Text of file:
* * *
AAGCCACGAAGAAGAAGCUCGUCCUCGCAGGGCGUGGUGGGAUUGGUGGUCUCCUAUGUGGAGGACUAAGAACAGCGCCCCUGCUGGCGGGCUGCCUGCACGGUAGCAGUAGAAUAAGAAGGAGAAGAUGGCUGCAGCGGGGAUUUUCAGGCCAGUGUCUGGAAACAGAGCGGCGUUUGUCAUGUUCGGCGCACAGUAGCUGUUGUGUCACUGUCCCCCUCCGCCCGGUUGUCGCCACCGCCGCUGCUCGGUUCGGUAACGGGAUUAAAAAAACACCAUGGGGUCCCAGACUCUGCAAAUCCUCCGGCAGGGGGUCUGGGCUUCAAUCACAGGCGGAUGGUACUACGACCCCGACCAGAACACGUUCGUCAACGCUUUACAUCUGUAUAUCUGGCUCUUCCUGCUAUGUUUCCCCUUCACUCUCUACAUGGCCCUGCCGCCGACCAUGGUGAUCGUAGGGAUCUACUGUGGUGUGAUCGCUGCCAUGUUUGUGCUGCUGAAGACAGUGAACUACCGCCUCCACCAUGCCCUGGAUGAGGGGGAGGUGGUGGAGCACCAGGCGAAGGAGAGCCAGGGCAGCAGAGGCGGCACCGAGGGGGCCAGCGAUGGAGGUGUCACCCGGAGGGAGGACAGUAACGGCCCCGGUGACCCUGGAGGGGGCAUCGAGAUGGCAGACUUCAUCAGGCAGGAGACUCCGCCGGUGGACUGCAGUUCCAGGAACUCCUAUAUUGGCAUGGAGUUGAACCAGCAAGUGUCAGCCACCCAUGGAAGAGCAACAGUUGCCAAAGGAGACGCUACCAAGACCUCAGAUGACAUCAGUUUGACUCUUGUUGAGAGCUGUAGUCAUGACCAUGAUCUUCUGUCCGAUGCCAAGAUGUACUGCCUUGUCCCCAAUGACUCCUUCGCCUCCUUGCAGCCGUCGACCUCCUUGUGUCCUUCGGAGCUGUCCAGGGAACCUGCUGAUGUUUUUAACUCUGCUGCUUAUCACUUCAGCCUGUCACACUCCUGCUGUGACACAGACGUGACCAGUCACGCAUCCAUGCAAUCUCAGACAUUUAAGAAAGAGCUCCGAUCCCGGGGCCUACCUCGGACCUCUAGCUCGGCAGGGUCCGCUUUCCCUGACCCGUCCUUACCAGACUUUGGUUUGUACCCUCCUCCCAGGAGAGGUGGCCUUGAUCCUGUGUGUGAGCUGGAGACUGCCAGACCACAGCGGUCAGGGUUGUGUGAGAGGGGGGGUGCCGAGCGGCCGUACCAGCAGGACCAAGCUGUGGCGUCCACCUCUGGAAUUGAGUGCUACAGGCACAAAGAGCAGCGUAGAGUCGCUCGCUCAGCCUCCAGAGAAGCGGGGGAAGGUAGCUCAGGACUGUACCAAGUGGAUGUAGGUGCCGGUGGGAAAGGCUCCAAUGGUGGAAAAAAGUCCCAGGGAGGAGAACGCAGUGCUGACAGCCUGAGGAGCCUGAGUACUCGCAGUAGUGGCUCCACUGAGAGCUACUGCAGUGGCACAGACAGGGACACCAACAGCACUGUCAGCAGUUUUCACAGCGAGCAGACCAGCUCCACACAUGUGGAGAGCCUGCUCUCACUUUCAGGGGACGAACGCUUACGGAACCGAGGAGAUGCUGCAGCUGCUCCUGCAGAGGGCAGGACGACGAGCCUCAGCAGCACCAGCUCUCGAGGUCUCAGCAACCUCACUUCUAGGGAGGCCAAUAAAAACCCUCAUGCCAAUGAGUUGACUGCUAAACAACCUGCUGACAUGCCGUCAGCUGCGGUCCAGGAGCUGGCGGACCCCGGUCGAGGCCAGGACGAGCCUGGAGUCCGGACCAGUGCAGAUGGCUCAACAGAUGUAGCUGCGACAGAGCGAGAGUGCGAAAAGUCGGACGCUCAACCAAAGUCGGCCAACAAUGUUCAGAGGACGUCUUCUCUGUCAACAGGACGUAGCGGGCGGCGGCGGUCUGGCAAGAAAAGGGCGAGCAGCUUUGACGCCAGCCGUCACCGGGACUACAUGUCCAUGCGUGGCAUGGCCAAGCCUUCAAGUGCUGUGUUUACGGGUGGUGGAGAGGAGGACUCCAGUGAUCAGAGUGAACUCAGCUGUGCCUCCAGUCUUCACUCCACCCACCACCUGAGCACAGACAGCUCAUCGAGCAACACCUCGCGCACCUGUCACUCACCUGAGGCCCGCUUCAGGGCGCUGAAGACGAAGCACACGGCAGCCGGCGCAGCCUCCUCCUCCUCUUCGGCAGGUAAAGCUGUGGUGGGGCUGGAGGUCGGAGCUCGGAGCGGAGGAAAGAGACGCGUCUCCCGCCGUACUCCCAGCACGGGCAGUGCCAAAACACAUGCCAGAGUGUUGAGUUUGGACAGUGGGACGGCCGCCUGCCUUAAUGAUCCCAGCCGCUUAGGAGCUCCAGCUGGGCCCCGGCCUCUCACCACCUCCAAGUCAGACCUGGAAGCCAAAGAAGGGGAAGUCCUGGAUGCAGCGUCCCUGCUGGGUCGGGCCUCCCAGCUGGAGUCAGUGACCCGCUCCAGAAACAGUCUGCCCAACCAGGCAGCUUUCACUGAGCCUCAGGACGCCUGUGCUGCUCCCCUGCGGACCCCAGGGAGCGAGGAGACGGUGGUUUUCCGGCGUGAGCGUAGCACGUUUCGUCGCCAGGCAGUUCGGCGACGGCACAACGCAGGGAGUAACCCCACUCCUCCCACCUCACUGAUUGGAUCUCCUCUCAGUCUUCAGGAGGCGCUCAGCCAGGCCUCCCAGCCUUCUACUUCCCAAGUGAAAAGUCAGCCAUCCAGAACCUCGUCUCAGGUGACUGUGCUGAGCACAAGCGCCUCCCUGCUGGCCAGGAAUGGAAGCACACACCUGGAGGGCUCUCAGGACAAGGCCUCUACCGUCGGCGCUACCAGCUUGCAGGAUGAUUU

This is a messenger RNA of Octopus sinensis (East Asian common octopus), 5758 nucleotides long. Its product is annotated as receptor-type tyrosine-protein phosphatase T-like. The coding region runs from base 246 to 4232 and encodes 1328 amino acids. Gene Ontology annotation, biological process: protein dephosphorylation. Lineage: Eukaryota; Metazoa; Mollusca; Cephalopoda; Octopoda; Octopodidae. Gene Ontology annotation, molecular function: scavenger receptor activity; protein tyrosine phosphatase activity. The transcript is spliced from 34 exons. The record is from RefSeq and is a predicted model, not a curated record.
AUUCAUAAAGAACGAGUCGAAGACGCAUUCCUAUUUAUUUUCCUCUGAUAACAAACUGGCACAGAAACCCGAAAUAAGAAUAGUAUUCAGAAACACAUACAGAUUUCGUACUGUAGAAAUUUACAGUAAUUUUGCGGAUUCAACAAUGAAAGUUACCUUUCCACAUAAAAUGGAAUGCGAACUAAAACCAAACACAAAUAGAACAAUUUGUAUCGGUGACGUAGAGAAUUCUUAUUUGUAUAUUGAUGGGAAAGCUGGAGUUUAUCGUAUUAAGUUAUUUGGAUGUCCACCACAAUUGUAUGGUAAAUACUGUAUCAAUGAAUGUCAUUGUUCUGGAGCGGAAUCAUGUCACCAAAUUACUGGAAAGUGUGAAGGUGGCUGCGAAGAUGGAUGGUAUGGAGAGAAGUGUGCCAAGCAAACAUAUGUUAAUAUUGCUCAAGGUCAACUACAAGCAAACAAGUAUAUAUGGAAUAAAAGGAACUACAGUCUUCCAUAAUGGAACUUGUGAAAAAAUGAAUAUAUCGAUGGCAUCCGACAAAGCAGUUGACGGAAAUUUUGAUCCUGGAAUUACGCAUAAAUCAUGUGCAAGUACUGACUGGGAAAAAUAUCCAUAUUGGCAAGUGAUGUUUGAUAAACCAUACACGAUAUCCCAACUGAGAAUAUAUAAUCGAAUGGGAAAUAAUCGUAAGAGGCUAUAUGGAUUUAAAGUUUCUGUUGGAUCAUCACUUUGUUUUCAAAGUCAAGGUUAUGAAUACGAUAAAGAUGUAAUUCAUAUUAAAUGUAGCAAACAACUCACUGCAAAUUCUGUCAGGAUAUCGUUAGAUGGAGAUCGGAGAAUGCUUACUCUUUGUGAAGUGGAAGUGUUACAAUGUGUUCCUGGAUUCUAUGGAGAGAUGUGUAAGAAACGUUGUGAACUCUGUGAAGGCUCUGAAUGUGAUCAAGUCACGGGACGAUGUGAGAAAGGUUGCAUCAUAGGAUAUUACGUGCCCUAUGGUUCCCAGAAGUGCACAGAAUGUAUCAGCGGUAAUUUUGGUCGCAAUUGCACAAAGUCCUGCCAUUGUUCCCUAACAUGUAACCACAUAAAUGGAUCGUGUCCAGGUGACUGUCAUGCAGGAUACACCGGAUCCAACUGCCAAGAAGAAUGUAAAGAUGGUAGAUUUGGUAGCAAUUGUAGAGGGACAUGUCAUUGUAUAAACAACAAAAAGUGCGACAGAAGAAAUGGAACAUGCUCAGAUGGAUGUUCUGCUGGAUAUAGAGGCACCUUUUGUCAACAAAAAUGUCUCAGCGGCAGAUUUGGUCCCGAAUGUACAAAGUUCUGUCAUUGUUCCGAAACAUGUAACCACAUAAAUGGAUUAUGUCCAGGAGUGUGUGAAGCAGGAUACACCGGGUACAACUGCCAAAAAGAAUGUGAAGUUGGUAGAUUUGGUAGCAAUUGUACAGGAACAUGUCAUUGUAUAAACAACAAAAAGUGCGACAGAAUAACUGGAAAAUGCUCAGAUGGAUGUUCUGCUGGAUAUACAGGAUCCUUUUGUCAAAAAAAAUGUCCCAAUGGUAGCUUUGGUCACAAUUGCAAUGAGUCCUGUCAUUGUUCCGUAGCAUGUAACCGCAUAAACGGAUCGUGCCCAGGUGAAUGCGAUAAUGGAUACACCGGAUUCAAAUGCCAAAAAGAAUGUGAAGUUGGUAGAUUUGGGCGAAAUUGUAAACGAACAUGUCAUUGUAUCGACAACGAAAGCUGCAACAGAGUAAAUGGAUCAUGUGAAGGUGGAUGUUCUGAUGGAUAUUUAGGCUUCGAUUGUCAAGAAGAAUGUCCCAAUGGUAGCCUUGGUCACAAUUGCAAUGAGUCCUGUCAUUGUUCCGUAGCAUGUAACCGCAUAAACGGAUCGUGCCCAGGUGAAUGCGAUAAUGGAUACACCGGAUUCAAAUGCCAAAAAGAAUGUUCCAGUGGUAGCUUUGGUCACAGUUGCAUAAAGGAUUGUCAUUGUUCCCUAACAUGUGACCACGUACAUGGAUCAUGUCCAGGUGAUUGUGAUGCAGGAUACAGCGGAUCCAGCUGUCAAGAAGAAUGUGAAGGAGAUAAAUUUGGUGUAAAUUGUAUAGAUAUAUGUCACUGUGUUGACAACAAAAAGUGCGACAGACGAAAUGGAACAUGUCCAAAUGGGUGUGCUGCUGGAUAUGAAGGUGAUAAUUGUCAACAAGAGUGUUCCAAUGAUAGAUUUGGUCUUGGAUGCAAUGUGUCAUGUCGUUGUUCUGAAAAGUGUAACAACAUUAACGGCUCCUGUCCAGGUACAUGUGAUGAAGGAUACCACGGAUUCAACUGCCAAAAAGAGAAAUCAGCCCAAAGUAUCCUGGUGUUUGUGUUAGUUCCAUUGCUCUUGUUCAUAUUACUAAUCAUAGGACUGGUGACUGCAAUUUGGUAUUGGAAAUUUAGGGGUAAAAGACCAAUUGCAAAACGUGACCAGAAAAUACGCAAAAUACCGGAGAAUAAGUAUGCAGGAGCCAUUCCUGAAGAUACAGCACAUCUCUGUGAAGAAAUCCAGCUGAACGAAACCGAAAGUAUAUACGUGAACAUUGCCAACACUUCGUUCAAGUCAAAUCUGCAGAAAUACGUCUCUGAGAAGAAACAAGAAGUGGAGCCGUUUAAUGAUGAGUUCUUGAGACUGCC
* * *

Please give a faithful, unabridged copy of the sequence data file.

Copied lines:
AAGCCACGAAGAAGAAGCUCGUCCUCGCAGGGCGUGGUGGGAUUGGUGGUCUCCUAUGUGGAGGACUAAGAACAGCGCCCCUGCUGGCGGGCUGCCUGCACGGUAGCAGUAGAAUAAGAAGGAGAAGAUGGCUGCAGCGGGGAUUUUCAGGCCAGUGUCUGGAAACAGAGCGGCGUUUGUCAUGUUCGGCGCACAGUAGCUGUUGUGUCACUGUCCCCCUCCGCCCGGUUGUCGCCACCGCCGCUGCUCGGUUCGGUAACGGGAUUAAAAAAACACCAUGGGGUCCCAGACUCUGCAAAUCCUCCGGCAGGGGGUCUGGGCUUCAAUCACAGGCGGAUGGUACUACGACCCCGACCAGAACACGUUCGUCAACGCUUUACAUCUGUAUAUCUGGCUCUUCCUGCUAUGUUUCCCCUUCACUCUCUACAUGGCCCUGCCGCCGACCAUGGUGAUCGUAGGGAUCUACUGUGGUGUGAUCGCUGCCAUGUUUGUGCUGCUGAAGACAGUGAACUACCGCCUCCACCAUGCCCUGGAUGAGGGGGAGGUGGUGGAGCACCAGGCGAAGGAGAGCCAGGGCAGCAGAGGCGGCACCGAGGGGGCCAGCGAUGGAGGUGUCACCCGGAGGGAGGACAGUAACGGCCCCGGUGACCCUGGAGGGGGCAUCGAGAUGGCAGACUUCAUCAGGCAGGAGACUCCGCCGGUGGACUGCAGUUCCAGGAACUCCUAUAUUGGCAUGGAGUUGAACCAGCAAGUGUCAGCCACCCAUGGAAGAGCAACAGUUGCCAAAGGAGACGCUACCAAGACCUCAGAUGACAUCAGUUUGACUCUUGUUGAGAGCUGUAGUCAUGACCAUGAUCUUCUGUCCGAUGCCAAGAUGUACUGCCUUGUCCCCAAUGACUCCUUCGCCUCCUUGCAGCCGUCGACCUCCUUGUGUCCUUCGGAGCUGUCCAGGGAACCUGCUGAUGUUUUUAACUCUGCUGCUUAUCACUUCAGCCUGUCACACUCCUGCUGUGACACAGACGUGACCAGUCACGCAUCCAUGCAAUCUCAGACAUUUAAGAAAGAGCUCCGAUCCCGGGGCCUACCUCGGACCUCUAGCUCGGCAGGGUCCGCUUUCCCUGACCCGUCCUUACCAGACUUUGGUUUGUACCCUCCUCCCAGGAGAGGUGGCCUUGAUCCUGUGUGUGAGCUGGAGACUGCCAGACCACAGCGGUCAGGGUUGUGUGAGAGGGGGGGUGCCGAGCGGCCGUACCAGCAGGACCAAGCUGUGGCGUCCACCUCUGGAAUUGAGUGCUACAGGCACAAAGAGCAGCGUAGAGUCGCUCGCUCAGCCUCCAGAGAAGCGGGGGAAGGUAGCUCAGGACUGUACCAAGUGGAUGUAGGUGCCGGUGGGAAAGGCUCCAAUGGUGGAAAAAAGUCCCAGGGAGGAGAACGCAGUGCUGACAGCCUGAGGAGCCUGAGUACUCGCAGUAGUGGCUCCACUGAGAGCUACUGCAGUGGCACAGACAGGGACACCAACAGCACUGUCAGCAGUUUUCACAGCGAGCAGACCAGCUCCACACAUGUGGAGAGCCUGCUCUCACUUUCAGGGGACGAACGCUUACGGAACCGAGGAGAUGCUGCAGCUGCUCCUGCAGAGGGCAGGACGACGAGCCUCAGCAGCACCAGCUCUCGAGGUCUCAGCAACCUCACUUCUAGGGAGGCCAAUAAAAACCCUCAUGCCAAUGAGUUGACUGCUAAACAACCUGCUGACAUGCCGUCAGCUGCGGUCCAGGAGCUGGCGGACCCCGGUCGAGGCCAGGACGAGCCUGGAGUCCGGACCAGUGCAGAUGGCUCAACAGAUGUAGCUGCGACAGAGCGAGAGUGCGAAAAGUCGGACGCUCAACCAAAGUCGGCCAACAAUGUUCAGAGGACGUCUUCUCUGUCAACAGGACGUAGCGGGCGGCGGCGGUCUGGCAAGAAAAGGGCGAGCAGCUUUGACGCCAGCCGUCACCGGGACUACAUGUCCAUGCGUGGCAUGGCCAAGCCUUCAAGUGCUGUGUUUACGGGUGGUGGAGAGGAGGACUCCAGUGAUCAGAGUGAACUCAGCUGUGCCUCCAGUCUUCACUCCACCCACCACCUGAGCACAGACAGCUCAUCGAGCAACACCUCGCGCACCUGUCACUCACCUGAGGCCCGCUUCAGGGCGCUGAAGACGAAGCACACGGCAGCCGGCGCAGCCUCCUCCUCCUCUUCGGCAGGUAAAGCUGUGGUGGGGCUGGAGGUCGGAGCUCGGAGCGGAGGAAAGAGACGCGUCUCCCGCCGUACUCCCAGCACGGGCAGUGCCAAAACACAUGCCAGAGUGUUGAGUUUGGACAGUGGGACGGCCGCCUGCCUUAAUGAUCCCAGCCGCUUAGGAGCUCCAGCUGGGCCCCGGCCUCUCACCACCUCCAAGUCAGACCUGGAAGCCAAAGAAGGGGAAGUCCUGGAUGCAGCGUCCCUGCUGGGUCGGGCCUCCCAGCUGGAGUCAGUGACCCGCUCCAGAAACAGUCUGCCCAACCAGGCAGCUUUCACUGAGCCUCAGGACGCCUGUGCUGCUCCCCUGCGGACCCCAGGGAGCGAGGAGACGGUGGUUUUCCGGCGUGAGCGUAGCACGUUUCGUCGCCAGGCAGUUCGGCGACGGCACAACGCAGGGAGUAACCCCACUCCUCCCACCUCACUGAUUGGAUCUCCUCUCAGUCUUCAGGAGGCGCUCAGCCAGGCCUCCCAGCCUUCUACUUCCCAAGUGAAAAGUCAGCCAUCCAGAACCUCGUCUCAGGUGACUGUGCUGAGCACAAGCGCCUCCCUGCUGGCCAGGAAUGGAAGCACACACCUGGAGGGCUCUCAGGACAAGGCCUCUACCGUCGGCGCUACCAGCUUGCAGGAUGAUUU

This is a messenger RNA of Octopus sinensis (East Asian common octopus), 5758 nucleotides long. Its product is annotated as receptor-type tyrosine-protein phosphatase T-like. The coding region runs from base 246 to 4232 and encodes 1328 amino acids. Gene Ontology annotation, biological process: protein dephosphorylation. Lineage: Eukaryota; Metazoa; Mollusca; Cephalopoda; Octopoda; Octopodidae. Gene Ontology annotation, molecular function: scavenger receptor activity; protein tyrosine phosphatase activity. The transcript is spliced from 34 exons. The record is from RefSeq and is a predicted model, not a curated record.
AUUCAUAAAGAACGAGUCGAAGACGCAUUCCUAUUUAUUUUCCUCUGAUAACAAACUGGCACAGAAACCCGAAAUAAGAAUAGUAUUCAGAAACACAUACAGAUUUCGUACUGUAGAAAUUUACAGUAAUUUUGCGGAUUCAACAAUGAAAGUUACCUUUCCACAUAAAAUGGAAUGCGAACUAAAACCAAACACAAAUAGAACAAUUUGUAUCGGUGACGUAGAGAAUUCUUAUUUGUAUAUUGAUGGGAAAGCUGGAGUUUAUCGUAUUAAGUUAUUUGGAUGUCCACCACAAUUGUAUGGUAAAUACUGUAUCAAUGAAUGUCAUUGUUCUGGAGCGGAAUCAUGUCACCAAAUUACUGGAAAGUGUGAAGGUGGCUGCGAAGAUGGAUGGUAUGGAGAGAAGUGUGCCAAGCAAACAUAUGUUAAUAUUGCUCAAGGUCAACUACAAGCAAACAAGUAUAUAUGGAAUAAAAGGAACUACAGUCUUCCAUAAUGGAACUUGUGAAAAAAUGAAUAUAUCGAUGGCAUCCGACAAAGCAGUUGACGGAAAUUUUGAUCCUGGAAUUACGCAUAAAUCAUGUGCAAGUACUGACUGGGAAAAAUAUCCAUAUUGGCAAGUGAUGUUUGAUAAACCAUACACGAUAUCCCAACUGAGAAUAUAUAAUCGAAUGGGAAAUAAUCGUAAGAGGCUAUAUGGAUUUAAAGUUUCUGUUGGAUCAUCACUUUGUUUUCAAAGUCAAGGUUAUGAAUACGAUAAAGAUGUAAUUCAUAUUAAAUGUAGCAAACAACUCACUGCAAAUUCUGUCAGGAUAUCGUUAGAUGGAGAUCGGAGAAUGCUUACUCUUUGUGAAGUGGAAGUGUUACAAUGUGUUCCUGGAUUCUAUGGAGAGAUGUGUAAGAAACGUUGUGAACUCUGUGAAGGCUCUGAAUGUGAUCAAGUCACGGGACGAUGUGAGAAAGGUUGCAUCAUAGGAUAUUACGUGCCCUAUGGUUCCCAGAAGUGCACAGAAUGUAUCAGCGGUAAUUUUGGUCGCAAUUGCACAAAGUCCUGCCAUUGUUCCCUAACAUGUAACCACAUAAAUGGAUCGUGUCCAGGUGACUGUCAUGCAGGAUACACCGGAUCCAACUGCCAAGAAGAAUGUAAAGAUGGUAGAUUUGGUAGCAAUUGUAGAGGGACAUGUCAUUGUAUAAACAACAAAAAGUGCGACAGAAGAAAUGGAACAUGCUCAGAUGGAUGUUCUGCUGGAUAUAGAGGCACCUUUUGUCAACAAAAAUGUCUCAGCGGCAGAUUUGGUCCCGAAUGUACAAAGUUCUGUCAUUGUUCCGAAACAUGUAACCACAUAAAUGGAUUAUGUCCAGGAGUGUGUGAAGCAGGAUACACCGGGUACAACUGCCAAAAAGAAUGUGAAGUUGGUAGAUUUGGUAGCAAUUGUACAGGAACAUGUCAUUGUAUAAACAACAAAAAGUGCGACAGAAUAACUGGAAAAUGCUCAGAUGGAUGUUCUGCUGGAUAUACAGGAUCCUUUUGUCAAAAAAAAUGUCCCAAUGGUAGCUUUGGUCACAAUUGCAAUGAGUCCUGUCAUUGUUCCGUAGCAUGUAACCGCAUAAACGGAUCGUGCCCAGGUGAAUGCGAUAAUGGAUACACCGGAUUCAAAUGCCAAAAAGAAUGUGAAGUUGGUAGAUUUGGGCGAAAUUGUAAACGAACAUGUCAUUGUAUCGACAACGAAAGCUGCAACAGAGUAAAUGGAUCAUGUGAAGGUGGAUGUUCUGAUGGAUAUUUAGGCUUCGAUUGUCAAGAAGAAUGUCCCAAUGGUAGCCUUGGUCACAAUUGCAAUGAGUCCUGUCAUUGUUCCGUAGCAUGUAACCGCAUAAACGGAUCGUGCCCAGGUGAAUGCGAUAAUGGAUACACCGGAUUCAAAUGCCAAAAAGAAUGUUCCAGUGGUAGCUUUGGUCACAGUUGCAUAAAGGAUUGUCAUUGUUCCCUAACAUGUGACCACGUACAUGGAUCAUGUCCAGGUGAUUGUGAUGCAGGAUACAGCGGAUCCAGCUGUCAAGAAGAAUGUGAAGGAGAUAAAUUUGGUGUAAAUUGUAUAGAUAUAUGUCACUGUGUUGACAACAAAAAGUGCGACAGACGAAAUGGAACAUGUCCAAAUGGGUGUGCUGCUGGAUAUGAAGGUGAUAAUUGUCAACAAGAGUGUUCCAAUGAUAGAUUUGGUCUUGGAUGCAAUGUGUCAUGUCGUUGUUCUGAAAAGUGUAACAACAUUAACGGCUCCUGUCCAGGUACAUGUGAUGAAGGAUACCACGGAUUCAACUGCCAAAAAGAGAAAUCAGCCCAAAGUAUCCUGGUGUUUGUGUUAGUUCCAUUGCUCUUGUUCAUAUUACUAAUCAUAGGACUGGUGACUGCAAUUUGGUAUUGGAAAUUUAGGGGUAAAAGACCAAUUGCAAAACGUGACCAGAAAAUACGCAAAAUACCGGAGAAUAAGUAUGCAGGAGCCAUUCCUGAAGAUACAGCACAUCUCUGUGAAGAAAUCCAGCUGAACGAAACCGAAAGUAUAUACGUGAACAUUGCCAACACUUCGUUCAAGUCAAAUCUGCAGAAAUACGUCUCUGAGAAGAAACAAGAAGUGGAGCCGUUUAAUGAUGAGUUCUUGAGACUGCC